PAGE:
The crowd gathers for the kermis dance -- "the waltz from Faust," familiar the world round, and undulating through the score to the end of the gay scene, which also concludes the act. While the crowd is dancing and singing, Méphistophélès enters with Faust. Marguerite approaches. She is on her way from church, prayerbook in hand. Siebel seeks to join her. But every time the youth steps toward her he confronts the grinning yet sinister visage of Méphistophélès, who dexterously manages to get in his way. Meanwhile Faust has joined her. There is a brief colloquy. He offers his arm and conduct through the crowd. She modestly declines. The episode, though short, is charmingly melodious. The phrases for Marguerite can be made to express coyness, yet also show that she is not wholly displeased with the attention paid her by the handsome stranger. She goes her way. The dance continues. "Valsons toujours" (Waltz always!).
Marguerite's garden in Act 3 of the opera Faust by Gounod as presented in the original production at the Théâtre Lyrique on 19 March 1859. Set design by Charles-Antoine Cambon and Joseph Thierry.
Act III. Marguerites garden. At the back a wall with a wicket door. To the left a bower. On the right Marguerites house, with a bow window facing the audience. Trees, shrubs, flowers beds, etc.
Siebel enters by the wicket. Stopping at one of the flower beds and about to pluck a nosegay, he sings the graceful "Faites-lui mes aveux" (Bear my avowal to her). But when he culls a flower, it shrivels in his hand, as Méphistophélès had predicted. The boy is much perturbed. Seeing, however, a little font with holy water suspended by the wall of the house, he dips his fingers in it. Now the flowers no longer shrivel as he culls them. He arranges them in a bouquet, which he lays on the house step, where he hopes Marguerite will see it. He then leaves.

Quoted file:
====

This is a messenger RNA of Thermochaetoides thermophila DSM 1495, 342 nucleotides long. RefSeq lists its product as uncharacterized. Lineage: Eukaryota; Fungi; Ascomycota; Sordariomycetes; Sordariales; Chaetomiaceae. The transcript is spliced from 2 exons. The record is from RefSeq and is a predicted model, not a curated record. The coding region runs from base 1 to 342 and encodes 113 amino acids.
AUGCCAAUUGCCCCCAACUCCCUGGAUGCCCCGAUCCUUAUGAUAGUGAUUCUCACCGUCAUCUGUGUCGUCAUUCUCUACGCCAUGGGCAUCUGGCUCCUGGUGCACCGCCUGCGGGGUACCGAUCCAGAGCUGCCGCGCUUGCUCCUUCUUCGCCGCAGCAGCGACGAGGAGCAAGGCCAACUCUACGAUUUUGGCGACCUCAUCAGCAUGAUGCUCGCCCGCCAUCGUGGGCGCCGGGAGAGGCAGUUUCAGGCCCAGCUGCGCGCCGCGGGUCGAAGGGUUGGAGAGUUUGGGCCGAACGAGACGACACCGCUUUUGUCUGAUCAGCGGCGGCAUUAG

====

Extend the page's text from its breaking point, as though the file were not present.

Faust enters with Méphistophélès, but bids the latter withdraw, as if he sensed the incongruity of his presence near the home of a maiden so pure as Marguerite. The tempter having gone, Faust proceeds to apostrophize Marguerites dwelling in the exquisite romance, "Salut! demeure chaste et pure."
Méphistophélès returns. With him he brings a casket of jewels and a handsome bouquet. With these he replaces Siebels flowers. The two men then withdraw into a shadowy recess of the garden to await Marguerites return.
She enters by the wicket. Her thoughts are with the handsome stranger -- above her in station, therefore the more flattering and fascinating in her eyes -- who addressed her at the kermis. Pensively she seats herself at her spinning wheel and, while turning it, without much concentration of mind on her work, sings "Le Roi de Thule," the ballad of the King of Thule, her thoughts, however, returning to Faust before she resumes and finishes the number, which is set in the simple fashion of a folk-song.
Approaching the house, and about to enter, she sees the flowers, stops to admire them, and to bestow a thought of compassion upon Siebel for his unrequited devotion, then sees and hesitatingly opens the casket of jewels. Their appeal to her feminine vanity is too great to permit her to return them at once to the casket. Decking herself out in them, she regards herself and the sparkling gems in the handglass that came with them, then bursts into the brilliant "Air des Bijous" (Jewel Song):
Ah! Je ris de me voir
Si belle en ce miroir!...
Est-ce toi, Marguerite?
(Ah! I laugh just to view
-- Marguerite! Is it you? --
Such a belle in the glass!...)